Daughter of Darkness is a different kind of fantasy book. It’s tense. Paced. Fast. And it introduces you to a world of people who are different from us. Different in a way you can’t see. Ame, the main character, is one of those different people. She grows up being ‘strange’ and it takes a drastic move and lots of strange encounters and experiences before she realises who she is and what she can do.
I was very entertained by the opposite of the title of the book and how these people, who are so different call themselves. If you want to know what that is I suggest you buy the book and read it.
By frank ramon on March 17, 2015
I have read this book three times and continue to glean more out of the story each time. Told by a protagonist (Ame) who is both good and bad, this tale intertwines adroit commentary on modern culture and the underlying affects of fear on human beings in general. This is all woven together in a well told story of a modern anti hero set on the soulful and gritty streets of Oakland California. From an area well known for earth quakes, the writer will certainly rattle your walls with this story. I eagerly await the next volume in this series, it is a real bargain, for a rich story.
To get a copy of the work reviewed, click on this link … http://www.amazon.com/Daughter-Darkness-Grand-Theft-Life-ebook/dp/B00TKHAU22/
We had our best moments when nothing was going on: laughing at our inside jokes, playing silly meaningless games, being kids with one another, walking to the corner store, talking to strangers…being with desire. I am at peace to have a single one who knows my heart. For now, life cannot hurt so bad as it honestly does. I wanna help you. You make it all make sense.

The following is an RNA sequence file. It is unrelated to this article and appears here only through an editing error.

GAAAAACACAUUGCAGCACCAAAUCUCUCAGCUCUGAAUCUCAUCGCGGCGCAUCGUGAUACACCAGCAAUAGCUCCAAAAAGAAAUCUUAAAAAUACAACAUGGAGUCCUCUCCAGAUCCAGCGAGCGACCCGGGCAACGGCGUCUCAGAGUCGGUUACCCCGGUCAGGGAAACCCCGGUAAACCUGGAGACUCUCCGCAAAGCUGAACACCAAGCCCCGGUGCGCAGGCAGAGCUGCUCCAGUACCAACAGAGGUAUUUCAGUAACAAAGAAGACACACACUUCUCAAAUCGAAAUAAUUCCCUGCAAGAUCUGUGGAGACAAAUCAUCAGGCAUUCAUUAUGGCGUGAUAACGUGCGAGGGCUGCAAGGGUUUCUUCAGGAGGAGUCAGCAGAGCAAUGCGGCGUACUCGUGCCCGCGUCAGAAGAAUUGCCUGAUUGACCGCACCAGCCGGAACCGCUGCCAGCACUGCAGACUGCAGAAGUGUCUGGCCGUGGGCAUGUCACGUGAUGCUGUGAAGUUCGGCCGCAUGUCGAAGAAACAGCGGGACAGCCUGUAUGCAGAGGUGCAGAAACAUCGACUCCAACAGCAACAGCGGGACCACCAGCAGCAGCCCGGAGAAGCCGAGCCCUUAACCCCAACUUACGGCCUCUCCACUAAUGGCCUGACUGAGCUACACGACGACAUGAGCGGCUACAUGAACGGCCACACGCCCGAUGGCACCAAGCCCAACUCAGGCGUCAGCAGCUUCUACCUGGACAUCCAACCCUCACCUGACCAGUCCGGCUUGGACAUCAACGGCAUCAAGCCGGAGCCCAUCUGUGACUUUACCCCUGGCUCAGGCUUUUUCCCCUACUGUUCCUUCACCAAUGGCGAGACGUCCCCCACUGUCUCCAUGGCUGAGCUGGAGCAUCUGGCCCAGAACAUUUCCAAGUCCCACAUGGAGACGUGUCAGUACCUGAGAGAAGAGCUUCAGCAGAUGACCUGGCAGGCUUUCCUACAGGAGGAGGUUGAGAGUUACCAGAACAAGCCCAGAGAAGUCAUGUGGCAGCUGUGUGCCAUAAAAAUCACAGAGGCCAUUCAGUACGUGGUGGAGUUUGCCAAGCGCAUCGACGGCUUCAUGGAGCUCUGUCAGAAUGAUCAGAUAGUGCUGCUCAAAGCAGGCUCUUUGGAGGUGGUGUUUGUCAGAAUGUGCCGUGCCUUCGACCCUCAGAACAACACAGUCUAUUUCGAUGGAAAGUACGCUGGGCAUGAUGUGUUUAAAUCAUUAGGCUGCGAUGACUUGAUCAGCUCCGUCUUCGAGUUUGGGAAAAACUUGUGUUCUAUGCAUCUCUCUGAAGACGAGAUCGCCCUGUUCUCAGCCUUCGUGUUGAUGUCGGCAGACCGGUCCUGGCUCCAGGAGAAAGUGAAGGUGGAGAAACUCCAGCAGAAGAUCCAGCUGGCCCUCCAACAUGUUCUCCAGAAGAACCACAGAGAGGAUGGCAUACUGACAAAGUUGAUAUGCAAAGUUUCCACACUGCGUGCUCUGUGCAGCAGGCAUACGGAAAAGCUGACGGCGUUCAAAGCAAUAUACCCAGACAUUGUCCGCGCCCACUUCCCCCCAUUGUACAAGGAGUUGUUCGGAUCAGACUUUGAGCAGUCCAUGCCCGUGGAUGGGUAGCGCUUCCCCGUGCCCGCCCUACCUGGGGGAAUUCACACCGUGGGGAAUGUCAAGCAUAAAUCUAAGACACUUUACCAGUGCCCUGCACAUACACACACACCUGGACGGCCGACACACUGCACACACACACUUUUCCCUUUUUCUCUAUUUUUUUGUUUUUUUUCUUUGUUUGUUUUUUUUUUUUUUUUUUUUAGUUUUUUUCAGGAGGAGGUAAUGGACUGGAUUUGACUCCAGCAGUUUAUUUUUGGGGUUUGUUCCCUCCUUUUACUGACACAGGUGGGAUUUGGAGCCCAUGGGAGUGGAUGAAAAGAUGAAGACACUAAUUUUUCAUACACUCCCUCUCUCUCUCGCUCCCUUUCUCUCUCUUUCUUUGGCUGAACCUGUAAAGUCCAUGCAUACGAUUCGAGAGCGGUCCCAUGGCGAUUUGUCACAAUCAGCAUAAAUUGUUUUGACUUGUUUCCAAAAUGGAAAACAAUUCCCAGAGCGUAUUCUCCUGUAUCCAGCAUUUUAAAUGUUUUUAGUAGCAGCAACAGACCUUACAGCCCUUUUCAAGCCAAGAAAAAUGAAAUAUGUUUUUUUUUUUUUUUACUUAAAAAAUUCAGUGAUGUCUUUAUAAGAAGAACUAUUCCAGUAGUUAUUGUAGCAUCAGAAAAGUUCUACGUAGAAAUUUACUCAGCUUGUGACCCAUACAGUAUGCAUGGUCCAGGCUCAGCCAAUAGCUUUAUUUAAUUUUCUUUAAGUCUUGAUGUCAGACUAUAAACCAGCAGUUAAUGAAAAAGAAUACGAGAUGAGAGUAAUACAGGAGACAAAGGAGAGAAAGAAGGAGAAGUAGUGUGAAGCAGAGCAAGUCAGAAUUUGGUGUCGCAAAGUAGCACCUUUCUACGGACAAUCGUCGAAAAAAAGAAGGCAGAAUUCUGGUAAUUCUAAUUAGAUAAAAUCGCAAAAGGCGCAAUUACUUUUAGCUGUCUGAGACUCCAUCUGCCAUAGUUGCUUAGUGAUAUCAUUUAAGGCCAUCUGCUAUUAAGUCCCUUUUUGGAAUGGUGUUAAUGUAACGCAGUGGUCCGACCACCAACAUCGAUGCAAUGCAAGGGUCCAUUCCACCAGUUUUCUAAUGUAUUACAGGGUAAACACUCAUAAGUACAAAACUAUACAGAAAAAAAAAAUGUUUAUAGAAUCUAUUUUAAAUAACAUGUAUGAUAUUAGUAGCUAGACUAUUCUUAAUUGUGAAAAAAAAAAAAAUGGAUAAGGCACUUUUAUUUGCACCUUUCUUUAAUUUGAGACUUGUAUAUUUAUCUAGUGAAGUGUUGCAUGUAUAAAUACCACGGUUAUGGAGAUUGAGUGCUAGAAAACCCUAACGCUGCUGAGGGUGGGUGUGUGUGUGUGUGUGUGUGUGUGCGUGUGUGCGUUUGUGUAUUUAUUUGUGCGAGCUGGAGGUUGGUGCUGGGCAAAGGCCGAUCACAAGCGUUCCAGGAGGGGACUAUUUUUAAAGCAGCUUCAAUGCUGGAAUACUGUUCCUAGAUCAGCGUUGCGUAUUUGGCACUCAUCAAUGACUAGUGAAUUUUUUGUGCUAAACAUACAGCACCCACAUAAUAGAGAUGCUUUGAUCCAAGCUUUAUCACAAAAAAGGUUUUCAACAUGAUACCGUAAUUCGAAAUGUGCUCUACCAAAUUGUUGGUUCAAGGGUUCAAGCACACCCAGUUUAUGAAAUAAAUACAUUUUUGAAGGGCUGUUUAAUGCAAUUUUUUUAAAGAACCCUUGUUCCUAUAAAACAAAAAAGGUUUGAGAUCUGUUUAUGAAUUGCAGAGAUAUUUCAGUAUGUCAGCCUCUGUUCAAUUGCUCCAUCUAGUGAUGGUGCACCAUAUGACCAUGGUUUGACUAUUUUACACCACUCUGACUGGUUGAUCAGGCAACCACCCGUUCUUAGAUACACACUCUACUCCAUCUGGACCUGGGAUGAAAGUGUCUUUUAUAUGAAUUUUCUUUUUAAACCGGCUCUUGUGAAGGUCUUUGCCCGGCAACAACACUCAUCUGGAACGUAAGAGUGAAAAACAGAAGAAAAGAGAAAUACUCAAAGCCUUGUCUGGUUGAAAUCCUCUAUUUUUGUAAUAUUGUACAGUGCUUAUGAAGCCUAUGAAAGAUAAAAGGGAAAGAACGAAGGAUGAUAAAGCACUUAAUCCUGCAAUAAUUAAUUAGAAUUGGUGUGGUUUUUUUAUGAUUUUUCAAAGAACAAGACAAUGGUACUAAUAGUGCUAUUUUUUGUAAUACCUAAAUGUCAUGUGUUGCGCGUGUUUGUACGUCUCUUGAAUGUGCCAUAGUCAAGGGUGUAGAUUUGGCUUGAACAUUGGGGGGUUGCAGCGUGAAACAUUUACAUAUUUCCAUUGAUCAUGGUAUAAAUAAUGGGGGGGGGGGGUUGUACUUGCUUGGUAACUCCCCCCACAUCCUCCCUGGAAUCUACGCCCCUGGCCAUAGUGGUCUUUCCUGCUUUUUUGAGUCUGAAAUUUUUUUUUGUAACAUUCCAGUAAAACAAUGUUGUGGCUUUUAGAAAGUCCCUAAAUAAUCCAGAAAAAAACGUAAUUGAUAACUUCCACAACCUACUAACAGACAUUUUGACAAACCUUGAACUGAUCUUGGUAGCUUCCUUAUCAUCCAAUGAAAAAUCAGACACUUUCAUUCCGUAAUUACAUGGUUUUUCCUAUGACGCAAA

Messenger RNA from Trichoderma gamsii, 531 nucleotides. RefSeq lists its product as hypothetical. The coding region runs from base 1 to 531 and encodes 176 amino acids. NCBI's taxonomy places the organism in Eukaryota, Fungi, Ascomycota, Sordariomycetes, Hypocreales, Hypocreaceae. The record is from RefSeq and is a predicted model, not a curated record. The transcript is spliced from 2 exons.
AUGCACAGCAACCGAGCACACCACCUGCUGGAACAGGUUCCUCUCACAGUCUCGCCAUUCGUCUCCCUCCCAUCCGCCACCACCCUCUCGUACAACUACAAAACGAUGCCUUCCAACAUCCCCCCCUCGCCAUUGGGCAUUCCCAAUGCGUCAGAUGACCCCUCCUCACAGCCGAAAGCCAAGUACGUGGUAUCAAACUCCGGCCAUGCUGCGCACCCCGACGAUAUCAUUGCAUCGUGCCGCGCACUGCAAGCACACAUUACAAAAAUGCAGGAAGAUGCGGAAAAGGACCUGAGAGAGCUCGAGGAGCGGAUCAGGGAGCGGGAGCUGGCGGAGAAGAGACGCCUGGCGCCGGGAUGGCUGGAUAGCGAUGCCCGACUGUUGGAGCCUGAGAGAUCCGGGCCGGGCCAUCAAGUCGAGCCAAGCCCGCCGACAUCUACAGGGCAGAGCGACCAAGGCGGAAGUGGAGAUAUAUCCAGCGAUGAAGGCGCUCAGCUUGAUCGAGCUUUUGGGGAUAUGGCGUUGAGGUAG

await not the rains
await not the miracle
await not the sun
let the rains
be the miracle
know the sun
may your pain
lead you to your peace
may the rains
may the miracle
may the sun
may you be
I am only a small creature traveling in small circles radiating with the onset of the rains. My insignificance is something to behold. To think life could get so intricate as you and me. Here’s a multicolored marble rolled out to meet us. Give it to the hollow of a pocket. What luck!
A stamped imprint is an impression you have on the world. Once the ink dries, the thing upon which you (the idea of you) have been fastened, takes flight into the crosscurrents of daily life. These energy fields we run in are countless! Everything changes. You can become something else in an instant! Years later we will all understand. Only then may they know, by what became of your impression, what they missed.
I took off my glasses so I could see you clearly. Out from under our shared history. Outside of cultural narratives and bias. Free from all rumor and gossip and media glaze…i loved what I saw.
We got tamales in little saigon on a sunday morning. We were arguing over petty nonsense in the car. I admit I get a little restless in love, for the idea that some day the one I love I may not hold any longer, i may not have any longer, disturbs me so…my heart recedes into a protective place under a sleeve, like the tamale wrapped in skin and folded in plastic.
projection of poor memory
You taught me how to survive. I taught you how to thrive. The tables before were turned, and I experienced a deep despair like the world no longer could care…even someone who feels forgotten will be remembered by someone they may have overlooked. I wonder if the feeling of forgotten is a projection of poor memory? How then to enrichen and coax the narratives into a kinder recollection?